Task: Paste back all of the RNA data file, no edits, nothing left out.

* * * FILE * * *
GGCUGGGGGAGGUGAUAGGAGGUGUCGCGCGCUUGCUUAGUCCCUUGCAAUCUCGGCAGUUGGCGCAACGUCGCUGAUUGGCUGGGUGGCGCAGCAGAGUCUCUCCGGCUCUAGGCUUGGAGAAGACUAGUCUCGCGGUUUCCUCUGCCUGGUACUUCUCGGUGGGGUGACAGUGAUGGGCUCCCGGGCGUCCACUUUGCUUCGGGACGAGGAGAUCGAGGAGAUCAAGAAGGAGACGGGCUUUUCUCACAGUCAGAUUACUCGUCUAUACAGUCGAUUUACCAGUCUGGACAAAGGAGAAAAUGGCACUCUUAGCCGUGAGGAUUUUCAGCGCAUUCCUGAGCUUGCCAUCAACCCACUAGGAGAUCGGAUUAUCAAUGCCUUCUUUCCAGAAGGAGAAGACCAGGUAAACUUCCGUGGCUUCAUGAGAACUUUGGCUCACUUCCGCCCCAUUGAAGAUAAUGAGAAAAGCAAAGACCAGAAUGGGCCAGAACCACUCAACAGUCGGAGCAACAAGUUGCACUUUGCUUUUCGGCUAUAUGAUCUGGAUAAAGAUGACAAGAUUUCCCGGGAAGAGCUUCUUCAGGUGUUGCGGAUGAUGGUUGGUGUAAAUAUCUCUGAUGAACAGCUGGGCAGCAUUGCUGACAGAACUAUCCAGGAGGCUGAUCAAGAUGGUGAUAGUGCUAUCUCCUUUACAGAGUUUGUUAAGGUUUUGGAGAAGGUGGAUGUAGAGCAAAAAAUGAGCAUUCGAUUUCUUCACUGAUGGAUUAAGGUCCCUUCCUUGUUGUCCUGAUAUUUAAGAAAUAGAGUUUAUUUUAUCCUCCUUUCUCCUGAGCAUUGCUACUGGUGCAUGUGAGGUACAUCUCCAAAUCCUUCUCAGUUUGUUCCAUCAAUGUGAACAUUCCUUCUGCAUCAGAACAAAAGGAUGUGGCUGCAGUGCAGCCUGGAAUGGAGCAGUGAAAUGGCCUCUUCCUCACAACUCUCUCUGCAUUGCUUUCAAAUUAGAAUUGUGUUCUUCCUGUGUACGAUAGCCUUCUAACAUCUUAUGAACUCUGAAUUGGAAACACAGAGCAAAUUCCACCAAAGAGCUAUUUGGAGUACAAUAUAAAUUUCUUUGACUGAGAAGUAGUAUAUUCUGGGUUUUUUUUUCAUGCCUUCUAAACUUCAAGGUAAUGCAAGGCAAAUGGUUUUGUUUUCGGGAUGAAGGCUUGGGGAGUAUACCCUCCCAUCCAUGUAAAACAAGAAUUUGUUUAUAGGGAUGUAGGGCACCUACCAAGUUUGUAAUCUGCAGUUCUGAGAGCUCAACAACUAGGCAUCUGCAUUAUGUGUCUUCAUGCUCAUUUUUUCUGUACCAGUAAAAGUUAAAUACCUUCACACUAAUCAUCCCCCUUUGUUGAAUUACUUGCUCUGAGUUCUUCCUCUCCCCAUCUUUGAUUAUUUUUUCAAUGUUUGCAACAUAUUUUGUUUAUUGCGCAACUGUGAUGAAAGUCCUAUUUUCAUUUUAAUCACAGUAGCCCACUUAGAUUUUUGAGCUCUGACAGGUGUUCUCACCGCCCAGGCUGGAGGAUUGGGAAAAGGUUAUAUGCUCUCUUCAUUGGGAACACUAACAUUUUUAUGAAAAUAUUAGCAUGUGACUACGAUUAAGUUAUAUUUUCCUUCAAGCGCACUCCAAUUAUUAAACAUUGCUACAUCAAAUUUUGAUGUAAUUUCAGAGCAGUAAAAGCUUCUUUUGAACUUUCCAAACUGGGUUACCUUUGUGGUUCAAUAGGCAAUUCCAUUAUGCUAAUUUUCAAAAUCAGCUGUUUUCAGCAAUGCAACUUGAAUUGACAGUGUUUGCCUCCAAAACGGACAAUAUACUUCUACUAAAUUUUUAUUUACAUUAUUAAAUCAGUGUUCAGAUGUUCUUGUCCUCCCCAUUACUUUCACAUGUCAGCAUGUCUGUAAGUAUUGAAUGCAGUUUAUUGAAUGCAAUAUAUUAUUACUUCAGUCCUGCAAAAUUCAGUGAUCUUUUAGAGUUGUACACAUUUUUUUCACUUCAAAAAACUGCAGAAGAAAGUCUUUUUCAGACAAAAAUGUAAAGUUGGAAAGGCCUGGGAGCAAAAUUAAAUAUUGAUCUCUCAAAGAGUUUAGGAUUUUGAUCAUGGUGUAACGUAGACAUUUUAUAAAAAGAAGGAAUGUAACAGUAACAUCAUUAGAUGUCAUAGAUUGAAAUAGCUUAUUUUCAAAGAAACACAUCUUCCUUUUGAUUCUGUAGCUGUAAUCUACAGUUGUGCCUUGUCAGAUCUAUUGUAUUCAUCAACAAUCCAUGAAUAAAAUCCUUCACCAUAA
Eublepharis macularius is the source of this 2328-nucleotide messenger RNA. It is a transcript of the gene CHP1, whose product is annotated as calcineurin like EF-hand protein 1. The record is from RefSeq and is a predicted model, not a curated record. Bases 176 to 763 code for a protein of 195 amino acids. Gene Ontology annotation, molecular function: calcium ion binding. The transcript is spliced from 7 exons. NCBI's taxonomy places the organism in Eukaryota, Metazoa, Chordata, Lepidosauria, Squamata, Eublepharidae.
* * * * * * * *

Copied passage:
GGCUGGGGGAGGUGAUAGGAGGUGUCGCGCGCUUGCUUAGUCCCUUGCAAUCUCGGCAGUUGGCGCAACGUCGCUGAUUGGCUGGGUGGCGCAGCAGAGUCUCUCCGGCUCUAGGCUUGGAGAAGACUAGUCUCGCGGUUUCCUCUGCCUGGUACUUCUCGGUGGGGUGACAGUGAUGGGCUCCCGGGCGUCCACUUUGCUUCGGGACGAGGAGAUCGAGGAGAUCAAGAAGGAGACGGGCUUUUCUCACAGUCAGAUUACUCGUCUAUACAGUCGAUUUACCAGUCUGGACAAAGGAGAAAAUGGCACUCUUAGCCGUGAGGAUUUUCAGCGCAUUCCUGAGCUUGCCAUCAACCCACUAGGAGAUCGGAUUAUCAAUGCCUUCUUUCCAGAAGGAGAAGACCAGGUAAACUUCCGUGGCUUCAUGAGAACUUUGGCUCACUUCCGCCCCAUUGAAGAUAAUGAGAAAAGCAAAGACCAGAAUGGGCCAGAACCACUCAACAGUCGGAGCAACAAGUUGCACUUUGCUUUUCGGCUAUAUGAUCUGGAUAAAGAUGACAAGAUUUCCCGGGAAGAGCUUCUUCAGGUGUUGCGGAUGAUGGUUGGUGUAAAUAUCUCUGAUGAACAGCUGGGCAGCAUUGCUGACAGAACUAUCCAGGAGGCUGAUCAAGAUGGUGAUAGUGCUAUCUCCUUUACAGAGUUUGUUAAGGUUUUGGAGAAGGUGGAUGUAGAGCAAAAAAUGAGCAUUCGAUUUCUUCACUGAUGGAUUAAGGUCCCUUCCUUGUUGUCCUGAUAUUUAAGAAAUAGAGUUUAUUUUAUCCUCCUUUCUCCUGAGCAUUGCUACUGGUGCAUGUGAGGUACAUCUCCAAAUCCUUCUCAGUUUGUUCCAUCAAUGUGAACAUUCCUUCUGCAUCAGAACAAAAGGAUGUGGCUGCAGUGCAGCCUGGAAUGGAGCAGUGAAAUGGCCUCUUCCUCACAACUCUCUCUGCAUUGCUUUCAAAUUAGAAUUGUGUUCUUCCUGUGUACGAUAGCCUUCUAACAUCUUAUGAACUCUGAAUUGGAAACACAGAGCAAAUUCCACCAAAGAGCUAUUUGGAGUACAAUAUAAAUUUCUUUGACUGAGAAGUAGUAUAUUCUGGGUUUUUUUUUCAUGCCUUCUAAACUUCAAGGUAAUGCAAGGCAAAUGGUUUUGUUUUCGGGAUGAAGGCUUGGGGAGUAUACCCUCCCAUCCAUGUAAAACAAGAAUUUGUUUAUAGGGAUGUAGGGCACCUACCAAGUUUGUAAUCUGCAGUUCUGAGAGCUCAACAACUAGGCAUCUGCAUUAUGUGUCUUCAUGCUCAUUUUUUCUGUACCAGUAAAAGUUAAAUACCUUCACACUAAUCAUCCCCCUUUGUUGAAUUACUUGCUCUGAGUUCUUCCUCUCCCCAUCUUUGAUUAUUUUUUCAAUGUUUGCAACAUAUUUUGUUUAUUGCGCAACUGUGAUGAAAGUCCUAUUUUCAUUUUAAUCACAGUAGCCCACUUAGAUUUUUGAGCUCUGACAGGUGUUCUCACCGCCCAGGCUGGAGGAUUGGGAAAAGGUUAUAUGCUCUCUUCAUUGGGAACACUAACAUUUUUAUGAAAAUAUUAGCAUGUGACUACGAUUAAGUUAUAUUUUCCUUCAAGCGCACUCCAAUUAUUAAACAUUGCUACAUCAAAUUUUGAUGUAAUUUCAGAGCAGUAAAAGCUUCUUUUGAACUUUCCAAACUGGGUUACCUUUGUGGUUCAAUAGGCAAUUCCAUUAUGCUAAUUUUCAAAAUCAGCUGUUUUCAGCAAUGCAACUUGAAUUGACAGUGUUUGCCUCCAAAACGGACAAUAUACUUCUACUAAAUUUUUAUUUACAUUAUUAAAUCAGUGUUCAGAUGUUCUUGUCCUCCCCAUUACUUUCACAUGUCAGCAUGUCUGUAAGUAUUGAAUGCAGUUUAUUGAAUGCAAUAUAUUAUUACUUCAGUCCUGCAAAAUUCAGUGAUCUUUUAGAGUUGUACACAUUUUUUUCACUUCAAAAAACUGCAGAAGAAAGUCUUUUUCAGACAAAAAUGUAAAGUUGGAAAGGCCUGGGAGCAAAAUUAAAUAUUGAUCUCUCAAAGAGUUUAGGAUUUUGAUCAUGGUGUAACGUAGACAUUUUAUAAAAAGAAGGAAUGUAACAGUAACAUCAUUAGAUGUCAUAGAUUGAAAUAGCUUAUUUUCAAAGAAACACAUCUUCCUUUUGAUUCUGUAGCUGUAAUCUACAGUUGUGCCUUGUCAGAUCUAUUGUAUUCAUCAACAAUCCAUGAAUAAAAUCCUUCACCAUAA
Eublepharis macularius is the source of this 2328-nucleotide messenger RNA. It is a transcript of the gene CHP1, whose product is annotated as calcineurin like EF-hand protein 1. The record is from RefSeq and is a predicted model, not a curated record. Bases 176 to 763 code for a protein of 195 amino acids. Gene Ontology annotation, molecular function: calcium ion binding. The transcript is spliced from 7 exons. NCBI's taxonomy places the organism in Eukaryota, Metazoa, Chordata, Lepidosauria, Squamata, Eublepharidae.